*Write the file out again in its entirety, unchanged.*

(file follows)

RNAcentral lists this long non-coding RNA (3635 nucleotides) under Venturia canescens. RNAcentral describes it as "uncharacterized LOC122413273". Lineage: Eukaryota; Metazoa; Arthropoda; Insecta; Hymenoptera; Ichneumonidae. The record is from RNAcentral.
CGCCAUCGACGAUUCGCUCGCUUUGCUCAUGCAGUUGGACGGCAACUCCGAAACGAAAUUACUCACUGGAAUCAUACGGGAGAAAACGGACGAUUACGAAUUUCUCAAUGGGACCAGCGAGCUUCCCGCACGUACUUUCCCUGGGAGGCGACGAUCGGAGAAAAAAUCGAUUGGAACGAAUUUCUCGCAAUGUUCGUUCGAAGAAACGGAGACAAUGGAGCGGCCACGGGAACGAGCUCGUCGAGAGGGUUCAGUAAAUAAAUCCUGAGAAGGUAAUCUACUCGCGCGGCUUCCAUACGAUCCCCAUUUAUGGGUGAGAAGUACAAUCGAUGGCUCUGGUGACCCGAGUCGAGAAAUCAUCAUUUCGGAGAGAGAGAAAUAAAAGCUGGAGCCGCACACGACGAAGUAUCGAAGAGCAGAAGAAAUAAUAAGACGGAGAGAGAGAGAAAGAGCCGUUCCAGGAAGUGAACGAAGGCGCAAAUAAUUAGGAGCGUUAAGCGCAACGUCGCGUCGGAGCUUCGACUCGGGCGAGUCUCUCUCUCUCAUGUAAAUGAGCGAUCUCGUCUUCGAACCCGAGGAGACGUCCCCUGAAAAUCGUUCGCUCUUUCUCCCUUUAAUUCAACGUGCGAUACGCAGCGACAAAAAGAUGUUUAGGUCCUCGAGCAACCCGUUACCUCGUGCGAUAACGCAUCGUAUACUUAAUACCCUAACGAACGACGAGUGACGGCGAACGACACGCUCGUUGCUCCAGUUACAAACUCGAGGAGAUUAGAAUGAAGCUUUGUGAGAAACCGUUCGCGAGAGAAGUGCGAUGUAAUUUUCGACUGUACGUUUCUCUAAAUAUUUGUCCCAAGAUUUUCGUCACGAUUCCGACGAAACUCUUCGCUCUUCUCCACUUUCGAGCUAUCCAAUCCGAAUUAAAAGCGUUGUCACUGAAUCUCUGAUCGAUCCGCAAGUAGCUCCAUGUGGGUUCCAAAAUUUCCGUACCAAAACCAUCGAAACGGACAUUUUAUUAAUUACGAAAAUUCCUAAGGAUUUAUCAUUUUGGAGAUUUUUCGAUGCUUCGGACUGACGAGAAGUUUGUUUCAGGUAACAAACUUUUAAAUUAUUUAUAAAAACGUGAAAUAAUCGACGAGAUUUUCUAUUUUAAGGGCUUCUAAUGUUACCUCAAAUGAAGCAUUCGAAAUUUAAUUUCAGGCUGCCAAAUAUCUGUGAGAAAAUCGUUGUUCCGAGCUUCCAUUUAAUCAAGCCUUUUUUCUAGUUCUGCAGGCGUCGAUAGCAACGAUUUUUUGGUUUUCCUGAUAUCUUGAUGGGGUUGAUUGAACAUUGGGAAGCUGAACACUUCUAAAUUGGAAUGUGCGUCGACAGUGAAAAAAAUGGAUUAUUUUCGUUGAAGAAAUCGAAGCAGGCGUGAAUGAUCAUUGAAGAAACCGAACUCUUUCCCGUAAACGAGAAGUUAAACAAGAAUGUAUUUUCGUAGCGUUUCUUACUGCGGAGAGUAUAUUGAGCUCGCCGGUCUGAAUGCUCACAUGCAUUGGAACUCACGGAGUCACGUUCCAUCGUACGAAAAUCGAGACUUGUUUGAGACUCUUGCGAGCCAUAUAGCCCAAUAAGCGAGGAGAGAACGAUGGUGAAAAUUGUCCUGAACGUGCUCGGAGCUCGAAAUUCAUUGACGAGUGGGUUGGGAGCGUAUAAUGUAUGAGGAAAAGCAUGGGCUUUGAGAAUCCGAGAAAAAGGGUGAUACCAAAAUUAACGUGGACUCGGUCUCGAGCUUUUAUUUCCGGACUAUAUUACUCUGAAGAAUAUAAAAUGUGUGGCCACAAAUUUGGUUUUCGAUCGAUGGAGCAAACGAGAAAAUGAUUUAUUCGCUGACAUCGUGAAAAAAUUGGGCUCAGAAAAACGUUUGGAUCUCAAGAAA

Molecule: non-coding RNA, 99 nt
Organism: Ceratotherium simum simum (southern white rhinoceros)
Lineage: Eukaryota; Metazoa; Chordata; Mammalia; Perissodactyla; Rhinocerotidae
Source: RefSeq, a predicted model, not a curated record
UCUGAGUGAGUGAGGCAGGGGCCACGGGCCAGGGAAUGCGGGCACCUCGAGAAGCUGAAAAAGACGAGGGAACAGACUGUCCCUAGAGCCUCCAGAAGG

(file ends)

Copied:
RNAcentral lists this long non-coding RNA (3635 nucleotides) under Venturia canescens. RNAcentral describes it as "uncharacterized LOC122413273". Lineage: Eukaryota; Metazoa; Arthropoda; Insecta; Hymenoptera; Ichneumonidae. The record is from RNAcentral.
CGCCAUCGACGAUUCGCUCGCUUUGCUCAUGCAGUUGGACGGCAACUCCGAAACGAAAUUACUCACUGGAAUCAUACGGGAGAAAACGGACGAUUACGAAUUUCUCAAUGGGACCAGCGAGCUUCCCGCACGUACUUUCCCUGGGAGGCGACGAUCGGAGAAAAAAUCGAUUGGAACGAAUUUCUCGCAAUGUUCGUUCGAAGAAACGGAGACAAUGGAGCGGCCACGGGAACGAGCUCGUCGAGAGGGUUCAGUAAAUAAAUCCUGAGAAGGUAAUCUACUCGCGCGGCUUCCAUACGAUCCCCAUUUAUGGGUGAGAAGUACAAUCGAUGGCUCUGGUGACCCGAGUCGAGAAAUCAUCAUUUCGGAGAGAGAGAAAUAAAAGCUGGAGCCGCACACGACGAAGUAUCGAAGAGCAGAAGAAAUAAUAAGACGGAGAGAGAGAGAAAGAGCCGUUCCAGGAAGUGAACGAAGGCGCAAAUAAUUAGGAGCGUUAAGCGCAACGUCGCGUCGGAGCUUCGACUCGGGCGAGUCUCUCUCUCUCAUGUAAAUGAGCGAUCUCGUCUUCGAACCCGAGGAGACGUCCCCUGAAAAUCGUUCGCUCUUUCUCCCUUUAAUUCAACGUGCGAUACGCAGCGACAAAAAGAUGUUUAGGUCCUCGAGCAACCCGUUACCUCGUGCGAUAACGCAUCGUAUACUUAAUACCCUAACGAACGACGAGUGACGGCGAACGACACGCUCGUUGCUCCAGUUACAAACUCGAGGAGAUUAGAAUGAAGCUUUGUGAGAAACCGUUCGCGAGAGAAGUGCGAUGUAAUUUUCGACUGUACGUUUCUCUAAAUAUUUGUCCCAAGAUUUUCGUCACGAUUCCGACGAAACUCUUCGCUCUUCUCCACUUUCGAGCUAUCCAAUCCGAAUUAAAAGCGUUGUCACUGAAUCUCUGAUCGAUCCGCAAGUAGCUCCAUGUGGGUUCCAAAAUUUCCGUACCAAAACCAUCGAAACGGACAUUUUAUUAAUUACGAAAAUUCCUAAGGAUUUAUCAUUUUGGAGAUUUUUCGAUGCUUCGGACUGACGAGAAGUUUGUUUCAGGUAACAAACUUUUAAAUUAUUUAUAAAAACGUGAAAUAAUCGACGAGAUUUUCUAUUUUAAGGGCUUCUAAUGUUACCUCAAAUGAAGCAUUCGAAAUUUAAUUUCAGGCUGCCAAAUAUCUGUGAGAAAAUCGUUGUUCCGAGCUUCCAUUUAAUCAAGCCUUUUUUCUAGUUCUGCAGGCGUCGAUAGCAACGAUUUUUUGGUUUUCCUGAUAUCUUGAUGGGGUUGAUUGAACAUUGGGAAGCUGAACACUUCUAAAUUGGAAUGUGCGUCGACAGUGAAAAAAAUGGAUUAUUUUCGUUGAAGAAAUCGAAGCAGGCGUGAAUGAUCAUUGAAGAAACCGAACUCUUUCCCGUAAACGAGAAGUUAAACAAGAAUGUAUUUUCGUAGCGUUUCUUACUGCGGAGAGUAUAUUGAGCUCGCCGGUCUGAAUGCUCACAUGCAUUGGAACUCACGGAGUCACGUUCCAUCGUACGAAAAUCGAGACUUGUUUGAGACUCUUGCGAGCCAUAUAGCCCAAUAAGCGAGGAGAGAACGAUGGUGAAAAUUGUCCUGAACGUGCUCGGAGCUCGAAAUUCAUUGACGAGUGGGUUGGGAGCGUAUAAUGUAUGAGGAAAAGCAUGGGCUUUGAGAAUCCGAGAAAAAGGGUGAUACCAAAAUUAACGUGGACUCGGUCUCGAGCUUUUAUUUCCGGACUAUAUUACUCUGAAGAAUAUAAAAUGUGUGGCCACAAAUUUGGUUUUCGAUCGAUGGAGCAAACGAGAAAAUGAUUUAUUCGCUGACAUCGUGAAAAAAUUGGGCUCAGAAAAACGUUUGGAUCUCAAGAAA

Molecule: non-coding RNA, 99 nt
Organism: Ceratotherium simum simum (southern white rhinoceros)
Lineage: Eukaryota; Metazoa; Chordata; Mammalia; Perissodactyla; Rhinocerotidae
Source: RefSeq, a predicted model, not a curated record
UCUGAGUGAGUGAGGCAGGGGCCACGGGCCAGGGAAUGCGGGCACCUCGAGAAGCUGAAAAAGACGAGGGAACAGACUGUCCCUAGAGCCUCCAGAAGG